“Catholicism took shape through the rectification of various extremist aspects of the Christianism of the origins, the organization of a ritual, dogmatic and symbolic corpus beyond of the simple mystical-soteriological element, the absorption and adaptation of both doctrinal and organizational elements taken from the romanity and the classical civilization in general. That’s how Catholicism presents sometimes <<traditional>> traits, which however must not induce to misunderstanding: what in Catholicism has a truly traditional nature is very little christian and what in it is christian is very little traditional”.


“By having as model the hero more than the saint, the winner more than the martyr; by placing the sum of all values in fidelity and in honour more than in the <<caritas>> and in humility; by seeing in cowardice and in shame an evil worse than sin; by knowing very little of resisting evil and of repaying evil with goodness – intending much more to punish the unjust and the wicked, excluding from its ranks those who literally followed the christian precept of the <<don’t kill>>; by having as principle not to love the enemy, but to fight him and to be magnanimous only after having won it – in all this chivalry affirmed almost without alteration an aryan ethic within a world only nominally christian”.


“The life of the ancient nordic-germanic societies was based on the three principles of personality, freedom and fidelity. To it was totally alien both the promiscuous communitary sense and the inability of the individual to valorize itself if not in the context of a given abstract institution. Here being free is, for the individual, the measure of nobility. But this freedom is not anarchic and individualistic, it is capable of a dedication beyond the person, it knows the transfiguring value proper to the principle of fidelity in front of who is worthy of recognition and to whom one subordinates oneself voluntarily. Thus were formed groups of faithful around leaders to which could well be applied the old saying: <<The supreme nobility of a roman Emperor is of being not a master of slaves but a lord of free men, who loves freedom also in those who serve him>>; and the State, almost according to the ancient roman aristocratic precept, had as center the council of chiefs, each one free, lord of his land and in his land, leader of the group of his faithful. Beyond this council, the unity of the State and, in a certain way, the superpolitical aspect of it was embodied by the King, since this one belonged – unlike the simple military leaders – to one of the lineages of divine origin: Amals, the <<heavenly>>, the <<pure>>, was a name of the kings among the Goths. No impersonal <<duty>> and <<service>> existed, everywhere there were free, strongly personalized relationships of command and obedience, of understanding and fidelity. In this way the idea of the free personality remained the foundation of each unity and each hierarchy”.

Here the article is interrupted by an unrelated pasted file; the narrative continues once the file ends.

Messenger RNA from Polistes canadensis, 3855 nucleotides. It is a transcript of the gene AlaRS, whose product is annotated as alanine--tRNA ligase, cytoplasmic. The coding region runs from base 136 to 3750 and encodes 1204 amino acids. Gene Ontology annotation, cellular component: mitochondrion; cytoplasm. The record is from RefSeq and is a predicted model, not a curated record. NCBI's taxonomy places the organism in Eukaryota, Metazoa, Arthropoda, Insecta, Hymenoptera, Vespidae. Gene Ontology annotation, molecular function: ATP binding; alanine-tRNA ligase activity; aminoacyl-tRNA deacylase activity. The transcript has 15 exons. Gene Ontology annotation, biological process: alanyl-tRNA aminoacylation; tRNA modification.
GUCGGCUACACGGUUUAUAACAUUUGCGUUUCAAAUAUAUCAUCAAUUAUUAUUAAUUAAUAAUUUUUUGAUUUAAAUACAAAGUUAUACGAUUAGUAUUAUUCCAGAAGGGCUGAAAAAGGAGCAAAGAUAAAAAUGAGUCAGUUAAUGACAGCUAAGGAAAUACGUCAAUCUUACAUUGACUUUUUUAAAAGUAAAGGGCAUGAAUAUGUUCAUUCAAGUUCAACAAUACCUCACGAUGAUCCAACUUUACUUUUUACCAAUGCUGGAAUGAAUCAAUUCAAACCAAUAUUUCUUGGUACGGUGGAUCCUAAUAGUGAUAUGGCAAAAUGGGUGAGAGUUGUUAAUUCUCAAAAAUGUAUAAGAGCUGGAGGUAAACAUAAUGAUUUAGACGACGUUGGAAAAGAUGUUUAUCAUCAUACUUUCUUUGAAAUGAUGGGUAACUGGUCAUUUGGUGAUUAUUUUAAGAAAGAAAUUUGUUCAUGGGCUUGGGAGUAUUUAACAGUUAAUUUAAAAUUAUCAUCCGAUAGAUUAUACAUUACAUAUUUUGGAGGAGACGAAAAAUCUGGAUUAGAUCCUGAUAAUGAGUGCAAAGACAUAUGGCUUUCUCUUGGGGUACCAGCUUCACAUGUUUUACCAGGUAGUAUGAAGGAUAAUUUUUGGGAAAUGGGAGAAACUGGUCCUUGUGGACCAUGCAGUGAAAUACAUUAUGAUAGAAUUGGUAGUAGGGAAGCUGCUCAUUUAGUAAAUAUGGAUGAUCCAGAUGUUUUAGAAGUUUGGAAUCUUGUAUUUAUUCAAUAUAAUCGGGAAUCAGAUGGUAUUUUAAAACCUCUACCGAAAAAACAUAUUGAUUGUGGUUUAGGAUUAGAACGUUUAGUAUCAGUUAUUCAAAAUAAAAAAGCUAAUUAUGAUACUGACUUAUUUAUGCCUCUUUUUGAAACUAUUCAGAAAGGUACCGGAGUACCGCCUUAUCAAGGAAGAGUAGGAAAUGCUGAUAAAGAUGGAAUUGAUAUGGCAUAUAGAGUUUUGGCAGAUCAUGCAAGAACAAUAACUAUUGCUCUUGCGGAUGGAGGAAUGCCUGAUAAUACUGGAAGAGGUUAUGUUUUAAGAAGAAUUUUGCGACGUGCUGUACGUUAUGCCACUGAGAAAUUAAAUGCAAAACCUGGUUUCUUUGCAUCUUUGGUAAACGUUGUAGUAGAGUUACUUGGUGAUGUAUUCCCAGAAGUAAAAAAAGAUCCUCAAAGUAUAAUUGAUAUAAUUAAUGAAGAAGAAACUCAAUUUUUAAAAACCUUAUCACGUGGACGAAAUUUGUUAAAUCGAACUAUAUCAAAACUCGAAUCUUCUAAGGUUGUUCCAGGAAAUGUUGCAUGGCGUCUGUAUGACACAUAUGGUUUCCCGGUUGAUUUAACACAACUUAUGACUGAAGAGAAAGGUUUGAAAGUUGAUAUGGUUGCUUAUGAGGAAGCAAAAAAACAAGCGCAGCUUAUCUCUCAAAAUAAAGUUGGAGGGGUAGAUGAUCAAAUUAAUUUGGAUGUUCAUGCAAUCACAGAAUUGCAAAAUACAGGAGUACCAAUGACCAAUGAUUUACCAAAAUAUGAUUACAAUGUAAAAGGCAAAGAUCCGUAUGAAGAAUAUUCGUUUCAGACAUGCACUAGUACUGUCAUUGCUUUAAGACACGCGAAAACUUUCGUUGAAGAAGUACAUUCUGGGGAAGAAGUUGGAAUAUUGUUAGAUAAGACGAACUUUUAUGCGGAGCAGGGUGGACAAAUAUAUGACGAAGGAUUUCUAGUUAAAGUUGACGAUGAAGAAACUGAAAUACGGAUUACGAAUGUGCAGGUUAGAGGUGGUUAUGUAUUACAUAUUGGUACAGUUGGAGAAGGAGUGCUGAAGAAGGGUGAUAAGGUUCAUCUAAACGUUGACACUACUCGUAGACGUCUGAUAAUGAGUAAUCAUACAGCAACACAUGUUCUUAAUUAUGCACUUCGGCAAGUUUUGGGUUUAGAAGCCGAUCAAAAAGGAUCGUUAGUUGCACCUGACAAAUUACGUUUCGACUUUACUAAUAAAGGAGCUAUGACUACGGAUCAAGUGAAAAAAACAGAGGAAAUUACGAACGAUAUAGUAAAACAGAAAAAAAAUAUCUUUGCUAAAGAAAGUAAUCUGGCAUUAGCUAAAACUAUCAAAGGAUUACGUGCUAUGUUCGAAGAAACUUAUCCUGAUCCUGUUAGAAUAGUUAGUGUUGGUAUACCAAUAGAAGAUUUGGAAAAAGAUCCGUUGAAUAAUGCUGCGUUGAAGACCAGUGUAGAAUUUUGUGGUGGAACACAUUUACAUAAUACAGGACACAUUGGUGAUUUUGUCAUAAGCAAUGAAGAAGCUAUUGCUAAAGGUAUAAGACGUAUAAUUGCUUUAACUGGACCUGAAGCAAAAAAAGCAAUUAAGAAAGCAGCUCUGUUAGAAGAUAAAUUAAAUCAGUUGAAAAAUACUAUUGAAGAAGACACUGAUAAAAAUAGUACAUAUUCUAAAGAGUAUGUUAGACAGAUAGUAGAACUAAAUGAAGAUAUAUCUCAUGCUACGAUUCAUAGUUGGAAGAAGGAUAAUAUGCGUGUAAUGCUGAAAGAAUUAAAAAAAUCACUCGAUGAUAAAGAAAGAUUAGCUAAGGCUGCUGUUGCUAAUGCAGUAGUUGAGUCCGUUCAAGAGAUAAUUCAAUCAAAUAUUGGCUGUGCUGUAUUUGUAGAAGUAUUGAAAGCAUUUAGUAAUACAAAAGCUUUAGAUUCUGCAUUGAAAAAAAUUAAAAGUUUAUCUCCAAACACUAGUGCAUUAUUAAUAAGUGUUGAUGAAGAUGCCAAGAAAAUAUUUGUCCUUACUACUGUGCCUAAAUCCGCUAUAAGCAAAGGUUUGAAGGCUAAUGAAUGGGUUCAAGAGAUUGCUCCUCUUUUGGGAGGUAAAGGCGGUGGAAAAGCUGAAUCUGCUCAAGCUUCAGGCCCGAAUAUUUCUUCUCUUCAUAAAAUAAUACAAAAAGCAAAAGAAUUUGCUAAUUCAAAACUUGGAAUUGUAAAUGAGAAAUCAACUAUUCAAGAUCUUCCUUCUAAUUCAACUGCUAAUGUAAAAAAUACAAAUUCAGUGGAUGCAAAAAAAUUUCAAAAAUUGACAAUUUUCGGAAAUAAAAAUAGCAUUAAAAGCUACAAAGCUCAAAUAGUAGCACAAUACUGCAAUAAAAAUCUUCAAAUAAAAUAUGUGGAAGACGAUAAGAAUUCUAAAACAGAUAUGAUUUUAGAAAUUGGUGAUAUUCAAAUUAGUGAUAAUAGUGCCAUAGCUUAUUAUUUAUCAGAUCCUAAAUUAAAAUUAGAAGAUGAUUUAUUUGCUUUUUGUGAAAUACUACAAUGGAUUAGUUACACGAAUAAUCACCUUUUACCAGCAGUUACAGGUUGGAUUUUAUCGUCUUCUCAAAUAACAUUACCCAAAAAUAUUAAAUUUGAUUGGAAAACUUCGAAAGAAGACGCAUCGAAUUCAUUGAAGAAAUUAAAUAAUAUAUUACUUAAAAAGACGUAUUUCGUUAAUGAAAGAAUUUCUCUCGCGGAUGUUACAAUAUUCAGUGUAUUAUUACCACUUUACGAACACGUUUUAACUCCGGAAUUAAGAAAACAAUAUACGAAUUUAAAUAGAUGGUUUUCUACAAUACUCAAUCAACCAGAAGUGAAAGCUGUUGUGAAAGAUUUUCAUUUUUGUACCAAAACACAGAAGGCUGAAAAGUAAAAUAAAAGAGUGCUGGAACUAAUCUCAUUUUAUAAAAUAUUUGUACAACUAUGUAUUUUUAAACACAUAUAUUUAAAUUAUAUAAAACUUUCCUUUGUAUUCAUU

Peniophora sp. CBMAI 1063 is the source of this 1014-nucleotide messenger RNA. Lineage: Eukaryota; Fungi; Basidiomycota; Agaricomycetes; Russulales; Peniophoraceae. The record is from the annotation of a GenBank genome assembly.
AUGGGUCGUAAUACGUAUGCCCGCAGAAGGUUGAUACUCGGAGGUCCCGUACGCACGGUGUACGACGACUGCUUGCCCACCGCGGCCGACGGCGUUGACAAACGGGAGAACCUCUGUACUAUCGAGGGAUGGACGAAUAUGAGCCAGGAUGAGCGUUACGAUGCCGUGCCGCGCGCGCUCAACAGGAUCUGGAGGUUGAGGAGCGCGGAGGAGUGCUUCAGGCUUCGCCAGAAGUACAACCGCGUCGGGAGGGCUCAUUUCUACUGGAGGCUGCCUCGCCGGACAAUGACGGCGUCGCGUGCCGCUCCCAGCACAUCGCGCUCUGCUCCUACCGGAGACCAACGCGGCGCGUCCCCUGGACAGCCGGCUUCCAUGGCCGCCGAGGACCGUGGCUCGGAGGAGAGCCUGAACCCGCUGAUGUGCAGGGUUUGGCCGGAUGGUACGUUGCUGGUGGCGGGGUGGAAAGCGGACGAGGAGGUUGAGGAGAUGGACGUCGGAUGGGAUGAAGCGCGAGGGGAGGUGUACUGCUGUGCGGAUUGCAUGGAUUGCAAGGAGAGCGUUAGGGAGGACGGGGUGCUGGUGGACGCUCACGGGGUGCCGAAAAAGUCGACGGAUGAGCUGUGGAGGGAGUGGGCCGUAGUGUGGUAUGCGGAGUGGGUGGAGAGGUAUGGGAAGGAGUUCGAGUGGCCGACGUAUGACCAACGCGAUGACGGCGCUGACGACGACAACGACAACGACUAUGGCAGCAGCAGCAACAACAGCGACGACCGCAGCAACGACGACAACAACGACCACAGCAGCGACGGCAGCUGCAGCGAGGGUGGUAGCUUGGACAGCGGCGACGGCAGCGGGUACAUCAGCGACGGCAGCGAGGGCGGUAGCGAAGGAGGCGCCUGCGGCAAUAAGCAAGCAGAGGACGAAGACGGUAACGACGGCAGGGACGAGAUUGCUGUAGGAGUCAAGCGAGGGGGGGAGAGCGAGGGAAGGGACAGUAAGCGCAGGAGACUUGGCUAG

-Julius Evola


Words of Wisdom #26

“Fame never fades entirely, when many people spread it around, and it too, somehow, is a deity”.


This is absolutely true, in the past a noble reputation was what ensured us to be reborn in the bodies of our descendants, and it is the objective to which we should still aspire today: be remembered by figthing for the future of our descendants, ensure that our culture doesn’t vanish definitively and return to be glorious and noble mentally, physically and spiritually!


We Set Sail!

An interesting and often ignored episode of the Greek mythology is the one where the ship Argo, built to lead the Argonauts to the conquest of the Golden Fleece, passes through the Symplegades, the clashing rocks. The characteristic of these rocks was to clash each other when someone or something tried to pass between them, killing or destroying everything in their grip.

The Argonauts freed a dove to let it pass through the rocks and, while these retreated after having clashed to kill the bird, they made readily and quickly pass their ship in the space that for a short time would have separated them. They came out unscathed, except for the aplustre – an ornamental accessory made of wood and placed on the stern of a Greek or Roman ship, where was believed to reside its life force – destroyed by the following clash of the Symplegades.

An aplustre:

The difficulty in the passage is a symbolic image that always represents the entry in the realm of the dead, i.e. the grave or burial mound, and falls into a custody function. The same is the case with the Symplegades, they are just another version of the obstacles that threaten and impede the entry into a sacred place.

In any case only the dead could have free access to the realm of death, you had to be one of them to gain access to that sacred place and this is the reason why the ship Argo loses the aplustre, the part corresponding to the life force: in this way the ship “died” and gained the right to enter in the realm of death.


Finally the Argonauts arrived in Colchis, where Jason has to accomplish the initiation ritual; there are the challenges to overcome, the sorceress or priestess that helps him and the Golden Fleece hanging from an oak guarded dy a dragon.